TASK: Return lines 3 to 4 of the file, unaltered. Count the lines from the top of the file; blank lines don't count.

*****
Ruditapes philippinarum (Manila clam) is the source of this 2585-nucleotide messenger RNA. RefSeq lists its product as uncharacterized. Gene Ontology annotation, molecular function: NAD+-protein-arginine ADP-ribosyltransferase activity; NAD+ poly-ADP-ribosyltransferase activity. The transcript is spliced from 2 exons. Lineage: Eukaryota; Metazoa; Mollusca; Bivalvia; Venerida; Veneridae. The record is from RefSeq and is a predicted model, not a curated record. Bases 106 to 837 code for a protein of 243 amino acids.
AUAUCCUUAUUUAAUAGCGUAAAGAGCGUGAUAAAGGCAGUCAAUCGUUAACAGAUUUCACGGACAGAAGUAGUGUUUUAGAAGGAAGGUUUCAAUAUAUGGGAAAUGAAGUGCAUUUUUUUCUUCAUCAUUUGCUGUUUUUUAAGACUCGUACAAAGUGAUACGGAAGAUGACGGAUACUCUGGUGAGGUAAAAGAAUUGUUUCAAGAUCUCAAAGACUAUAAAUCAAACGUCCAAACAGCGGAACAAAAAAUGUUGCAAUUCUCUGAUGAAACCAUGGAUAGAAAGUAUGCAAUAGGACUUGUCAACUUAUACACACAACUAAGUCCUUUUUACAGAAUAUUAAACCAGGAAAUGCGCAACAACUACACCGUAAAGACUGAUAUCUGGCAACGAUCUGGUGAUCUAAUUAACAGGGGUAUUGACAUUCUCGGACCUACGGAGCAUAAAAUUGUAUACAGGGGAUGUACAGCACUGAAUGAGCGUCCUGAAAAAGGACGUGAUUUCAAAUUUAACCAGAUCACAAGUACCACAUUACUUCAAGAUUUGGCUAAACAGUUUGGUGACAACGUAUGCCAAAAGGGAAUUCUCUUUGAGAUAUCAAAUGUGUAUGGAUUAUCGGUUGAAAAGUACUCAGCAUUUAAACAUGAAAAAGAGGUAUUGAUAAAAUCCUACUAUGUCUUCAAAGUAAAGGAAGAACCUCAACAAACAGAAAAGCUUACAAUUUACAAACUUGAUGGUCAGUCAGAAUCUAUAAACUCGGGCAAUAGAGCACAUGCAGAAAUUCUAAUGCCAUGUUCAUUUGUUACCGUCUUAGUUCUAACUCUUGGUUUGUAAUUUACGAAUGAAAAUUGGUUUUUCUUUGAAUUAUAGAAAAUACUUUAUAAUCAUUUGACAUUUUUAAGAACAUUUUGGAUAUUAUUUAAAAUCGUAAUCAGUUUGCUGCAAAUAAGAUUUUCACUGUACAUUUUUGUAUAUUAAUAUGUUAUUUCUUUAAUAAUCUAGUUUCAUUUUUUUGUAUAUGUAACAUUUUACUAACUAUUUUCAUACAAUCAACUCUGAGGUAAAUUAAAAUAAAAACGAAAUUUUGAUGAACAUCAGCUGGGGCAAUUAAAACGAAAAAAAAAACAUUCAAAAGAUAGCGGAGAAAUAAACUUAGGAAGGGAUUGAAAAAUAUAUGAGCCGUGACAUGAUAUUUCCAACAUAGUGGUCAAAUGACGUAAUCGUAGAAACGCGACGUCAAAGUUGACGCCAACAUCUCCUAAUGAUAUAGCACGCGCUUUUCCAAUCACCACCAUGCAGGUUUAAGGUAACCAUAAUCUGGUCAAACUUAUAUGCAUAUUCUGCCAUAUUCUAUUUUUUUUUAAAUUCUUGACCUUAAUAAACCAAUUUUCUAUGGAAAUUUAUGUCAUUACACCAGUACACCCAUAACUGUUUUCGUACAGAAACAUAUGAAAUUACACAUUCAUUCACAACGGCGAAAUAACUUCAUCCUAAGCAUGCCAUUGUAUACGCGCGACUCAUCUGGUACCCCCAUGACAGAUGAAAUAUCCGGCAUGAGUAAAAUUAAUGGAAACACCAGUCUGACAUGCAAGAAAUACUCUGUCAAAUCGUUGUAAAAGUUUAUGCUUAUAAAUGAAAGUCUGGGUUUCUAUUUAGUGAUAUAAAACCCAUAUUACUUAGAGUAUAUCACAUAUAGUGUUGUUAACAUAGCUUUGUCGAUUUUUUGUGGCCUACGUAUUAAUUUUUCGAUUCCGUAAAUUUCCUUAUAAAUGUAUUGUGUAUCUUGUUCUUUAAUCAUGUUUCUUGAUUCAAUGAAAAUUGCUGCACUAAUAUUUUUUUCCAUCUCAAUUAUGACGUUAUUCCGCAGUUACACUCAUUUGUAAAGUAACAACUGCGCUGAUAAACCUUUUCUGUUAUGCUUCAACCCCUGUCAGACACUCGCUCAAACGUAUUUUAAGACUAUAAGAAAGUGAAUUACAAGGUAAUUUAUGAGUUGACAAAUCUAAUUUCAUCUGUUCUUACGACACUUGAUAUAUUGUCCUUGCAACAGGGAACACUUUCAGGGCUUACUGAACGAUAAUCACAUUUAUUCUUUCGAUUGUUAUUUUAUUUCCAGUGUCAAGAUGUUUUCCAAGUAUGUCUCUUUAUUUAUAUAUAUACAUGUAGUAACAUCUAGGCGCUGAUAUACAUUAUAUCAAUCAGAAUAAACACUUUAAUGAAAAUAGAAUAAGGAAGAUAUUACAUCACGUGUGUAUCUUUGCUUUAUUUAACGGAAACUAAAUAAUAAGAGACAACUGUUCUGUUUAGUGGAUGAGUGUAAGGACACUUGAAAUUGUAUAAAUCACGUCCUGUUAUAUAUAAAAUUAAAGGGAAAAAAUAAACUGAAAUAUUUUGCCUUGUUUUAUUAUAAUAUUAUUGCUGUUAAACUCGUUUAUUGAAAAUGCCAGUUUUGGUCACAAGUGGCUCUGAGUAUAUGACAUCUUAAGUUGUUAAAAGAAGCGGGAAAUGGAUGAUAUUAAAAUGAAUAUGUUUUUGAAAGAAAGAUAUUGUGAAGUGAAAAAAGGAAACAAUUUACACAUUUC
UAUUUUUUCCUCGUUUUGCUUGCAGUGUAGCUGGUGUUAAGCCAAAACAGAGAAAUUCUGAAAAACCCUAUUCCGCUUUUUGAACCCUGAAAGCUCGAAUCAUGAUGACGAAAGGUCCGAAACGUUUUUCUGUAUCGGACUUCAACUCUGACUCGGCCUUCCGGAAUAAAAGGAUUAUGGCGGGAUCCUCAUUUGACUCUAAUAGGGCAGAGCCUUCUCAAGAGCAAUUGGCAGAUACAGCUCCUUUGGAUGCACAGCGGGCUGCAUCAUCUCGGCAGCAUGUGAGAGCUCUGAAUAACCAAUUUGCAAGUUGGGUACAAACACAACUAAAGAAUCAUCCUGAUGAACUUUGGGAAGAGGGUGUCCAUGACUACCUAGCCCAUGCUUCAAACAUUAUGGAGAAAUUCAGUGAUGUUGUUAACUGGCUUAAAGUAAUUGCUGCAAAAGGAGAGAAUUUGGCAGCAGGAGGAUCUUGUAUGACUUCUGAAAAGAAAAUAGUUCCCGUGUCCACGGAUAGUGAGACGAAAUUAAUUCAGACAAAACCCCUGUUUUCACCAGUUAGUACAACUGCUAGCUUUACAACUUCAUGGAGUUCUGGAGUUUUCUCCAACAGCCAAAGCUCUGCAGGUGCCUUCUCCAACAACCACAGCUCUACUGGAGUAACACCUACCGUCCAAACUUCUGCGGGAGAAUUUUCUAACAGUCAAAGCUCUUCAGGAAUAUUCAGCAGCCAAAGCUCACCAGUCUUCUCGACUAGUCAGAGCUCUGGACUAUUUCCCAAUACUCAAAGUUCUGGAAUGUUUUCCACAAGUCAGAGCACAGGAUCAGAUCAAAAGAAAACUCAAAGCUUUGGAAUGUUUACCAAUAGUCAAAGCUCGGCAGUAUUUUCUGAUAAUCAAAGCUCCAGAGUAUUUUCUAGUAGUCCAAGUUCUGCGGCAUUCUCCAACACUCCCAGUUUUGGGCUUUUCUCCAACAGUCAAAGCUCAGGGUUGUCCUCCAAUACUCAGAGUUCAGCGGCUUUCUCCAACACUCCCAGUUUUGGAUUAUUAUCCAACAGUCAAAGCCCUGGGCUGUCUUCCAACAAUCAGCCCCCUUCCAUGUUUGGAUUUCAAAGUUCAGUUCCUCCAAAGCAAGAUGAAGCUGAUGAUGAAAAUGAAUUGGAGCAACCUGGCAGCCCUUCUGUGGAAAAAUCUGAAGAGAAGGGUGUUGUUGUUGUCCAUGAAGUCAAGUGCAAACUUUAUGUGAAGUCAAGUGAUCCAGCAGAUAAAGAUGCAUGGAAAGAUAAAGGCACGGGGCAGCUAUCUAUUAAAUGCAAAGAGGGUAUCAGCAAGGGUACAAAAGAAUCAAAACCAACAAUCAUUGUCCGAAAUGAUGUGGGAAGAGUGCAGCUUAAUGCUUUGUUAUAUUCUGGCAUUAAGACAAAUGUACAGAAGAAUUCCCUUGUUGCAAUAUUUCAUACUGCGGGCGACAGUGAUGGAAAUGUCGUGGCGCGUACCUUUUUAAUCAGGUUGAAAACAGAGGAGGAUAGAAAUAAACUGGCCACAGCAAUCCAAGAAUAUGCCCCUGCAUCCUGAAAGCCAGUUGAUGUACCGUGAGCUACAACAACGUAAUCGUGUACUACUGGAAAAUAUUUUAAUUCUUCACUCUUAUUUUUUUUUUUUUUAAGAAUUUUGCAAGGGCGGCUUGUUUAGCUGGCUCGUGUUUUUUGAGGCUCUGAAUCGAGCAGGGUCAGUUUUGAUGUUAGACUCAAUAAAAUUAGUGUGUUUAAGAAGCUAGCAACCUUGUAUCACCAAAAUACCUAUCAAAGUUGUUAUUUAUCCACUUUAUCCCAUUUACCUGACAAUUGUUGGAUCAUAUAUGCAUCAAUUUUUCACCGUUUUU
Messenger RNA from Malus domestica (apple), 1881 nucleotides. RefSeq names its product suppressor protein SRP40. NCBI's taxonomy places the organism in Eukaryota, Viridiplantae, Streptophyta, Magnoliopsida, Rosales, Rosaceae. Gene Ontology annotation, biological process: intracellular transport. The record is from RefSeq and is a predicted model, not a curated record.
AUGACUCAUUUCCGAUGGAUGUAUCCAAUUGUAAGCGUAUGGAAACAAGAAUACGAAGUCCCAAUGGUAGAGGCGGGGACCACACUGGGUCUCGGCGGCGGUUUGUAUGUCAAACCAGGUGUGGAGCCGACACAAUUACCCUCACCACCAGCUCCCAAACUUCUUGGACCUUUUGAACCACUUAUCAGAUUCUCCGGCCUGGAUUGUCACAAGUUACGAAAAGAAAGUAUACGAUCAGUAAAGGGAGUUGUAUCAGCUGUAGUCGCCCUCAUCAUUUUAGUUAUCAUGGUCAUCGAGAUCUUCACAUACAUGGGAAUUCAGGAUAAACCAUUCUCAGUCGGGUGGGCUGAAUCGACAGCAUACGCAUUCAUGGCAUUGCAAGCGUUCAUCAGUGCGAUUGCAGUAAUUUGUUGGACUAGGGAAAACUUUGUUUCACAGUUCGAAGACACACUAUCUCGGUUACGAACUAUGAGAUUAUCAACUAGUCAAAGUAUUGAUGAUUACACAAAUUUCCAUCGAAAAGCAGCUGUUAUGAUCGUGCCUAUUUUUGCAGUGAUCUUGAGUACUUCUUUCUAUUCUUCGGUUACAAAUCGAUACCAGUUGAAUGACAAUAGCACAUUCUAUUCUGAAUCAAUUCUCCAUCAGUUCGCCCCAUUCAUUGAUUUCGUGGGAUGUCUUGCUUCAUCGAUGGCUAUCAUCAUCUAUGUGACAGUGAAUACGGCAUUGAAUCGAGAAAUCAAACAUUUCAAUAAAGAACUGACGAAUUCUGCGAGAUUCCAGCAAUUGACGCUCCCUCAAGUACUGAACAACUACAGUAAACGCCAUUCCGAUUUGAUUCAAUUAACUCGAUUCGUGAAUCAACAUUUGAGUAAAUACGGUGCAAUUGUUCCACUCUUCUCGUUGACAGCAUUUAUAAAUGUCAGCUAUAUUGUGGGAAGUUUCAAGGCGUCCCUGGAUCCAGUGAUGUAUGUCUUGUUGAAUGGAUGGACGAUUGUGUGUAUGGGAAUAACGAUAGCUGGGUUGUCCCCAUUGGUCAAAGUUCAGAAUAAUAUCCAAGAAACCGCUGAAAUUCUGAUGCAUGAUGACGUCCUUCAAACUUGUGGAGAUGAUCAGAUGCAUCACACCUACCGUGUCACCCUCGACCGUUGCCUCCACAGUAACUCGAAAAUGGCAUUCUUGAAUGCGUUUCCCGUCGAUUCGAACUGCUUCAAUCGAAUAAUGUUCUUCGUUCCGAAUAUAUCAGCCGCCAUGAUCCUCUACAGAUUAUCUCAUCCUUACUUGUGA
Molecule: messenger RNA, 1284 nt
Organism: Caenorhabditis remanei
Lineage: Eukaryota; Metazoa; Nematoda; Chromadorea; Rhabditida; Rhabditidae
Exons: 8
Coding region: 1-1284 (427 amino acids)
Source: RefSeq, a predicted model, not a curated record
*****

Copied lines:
UAUUUUUUCCUCGUUUUGCUUGCAGUGUAGCUGGUGUUAAGCCAAAACAGAGAAAUUCUGAAAAACCCUAUUCCGCUUUUUGAACCCUGAAAGCUCGAAUCAUGAUGACGAAAGGUCCGAAACGUUUUUCUGUAUCGGACUUCAACUCUGACUCGGCCUUCCGGAAUAAAAGGAUUAUGGCGGGAUCCUCAUUUGACUCUAAUAGGGCAGAGCCUUCUCAAGAGCAAUUGGCAGAUACAGCUCCUUUGGAUGCACAGCGGGCUGCAUCAUCUCGGCAGCAUGUGAGAGCUCUGAAUAACCAAUUUGCAAGUUGGGUACAAACACAACUAAAGAAUCAUCCUGAUGAACUUUGGGAAGAGGGUGUCCAUGACUACCUAGCCCAUGCUUCAAACAUUAUGGAGAAAUUCAGUGAUGUUGUUAACUGGCUUAAAGUAAUUGCUGCAAAAGGAGAGAAUUUGGCAGCAGGAGGAUCUUGUAUGACUUCUGAAAAGAAAAUAGUUCCCGUGUCCACGGAUAGUGAGACGAAAUUAAUUCAGACAAAACCCCUGUUUUCACCAGUUAGUACAACUGCUAGCUUUACAACUUCAUGGAGUUCUGGAGUUUUCUCCAACAGCCAAAGCUCUGCAGGUGCCUUCUCCAACAACCACAGCUCUACUGGAGUAACACCUACCGUCCAAACUUCUGCGGGAGAAUUUUCUAACAGUCAAAGCUCUUCAGGAAUAUUCAGCAGCCAAAGCUCACCAGUCUUCUCGACUAGUCAGAGCUCUGGACUAUUUCCCAAUACUCAAAGUUCUGGAAUGUUUUCCACAAGUCAGAGCACAGGAUCAGAUCAAAAGAAAACUCAAAGCUUUGGAAUGUUUACCAAUAGUCAAAGCUCGGCAGUAUUUUCUGAUAAUCAAAGCUCCAGAGUAUUUUCUAGUAGUCCAAGUUCUGCGGCAUUCUCCAACACUCCCAGUUUUGGGCUUUUCUCCAACAGUCAAAGCUCAGGGUUGUCCUCCAAUACUCAGAGUUCAGCGGCUUUCUCCAACACUCCCAGUUUUGGAUUAUUAUCCAACAGUCAAAGCCCUGGGCUGUCUUCCAACAAUCAGCCCCCUUCCAUGUUUGGAUUUCAAAGUUCAGUUCCUCCAAAGCAAGAUGAAGCUGAUGAUGAAAAUGAAUUGGAGCAACCUGGCAGCCCUUCUGUGGAAAAAUCUGAAGAGAAGGGUGUUGUUGUUGUCCAUGAAGUCAAGUGCAAACUUUAUGUGAAGUCAAGUGAUCCAGCAGAUAAAGAUGCAUGGAAAGAUAAAGGCACGGGGCAGCUAUCUAUUAAAUGCAAAGAGGGUAUCAGCAAGGGUACAAAAGAAUCAAAACCAACAAUCAUUGUCCGAAAUGAUGUGGGAAGAGUGCAGCUUAAUGCUUUGUUAUAUUCUGGCAUUAAGACAAAUGUACAGAAGAAUUCCCUUGUUGCAAUAUUUCAUACUGCGGGCGACAGUGAUGGAAAUGUCGUGGCGCGUACCUUUUUAAUCAGGUUGAAAACAGAGGAGGAUAGAAAUAAACUGGCCACAGCAAUCCAAGAAUAUGCCCCUGCAUCCUGAAAGCCAGUUGAUGUACCGUGAGCUACAACAACGUAAUCGUGUACUACUGGAAAAUAUUUUAAUUCUUCACUCUUAUUUUUUUUUUUUUUAAGAAUUUUGCAAGGGCGGCUUGUUUAGCUGGCUCGUGUUUUUUGAGGCUCUGAAUCGAGCAGGGUCAGUUUUGAUGUUAGACUCAAUAAAAUUAGUGUGUUUAAGAAGCUAGCAACCUUGUAUCACCAAAAUACCUAUCAAAGUUGUUAUUUAUCCACUUUAUCCCAUUUACCUGACAAUUGUUGGAUCAUAUAUGCAUCAAUUUUUCACCGUUUUU
Messenger RNA from Malus domestica (apple), 1881 nucleotides. RefSeq names its product suppressor protein SRP40. NCBI's taxonomy places the organism in Eukaryota, Viridiplantae, Streptophyta, Magnoliopsida, Rosales, Rosaceae. Gene Ontology annotation, biological process: intracellular transport. The record is from RefSeq and is a predicted model, not a curated record.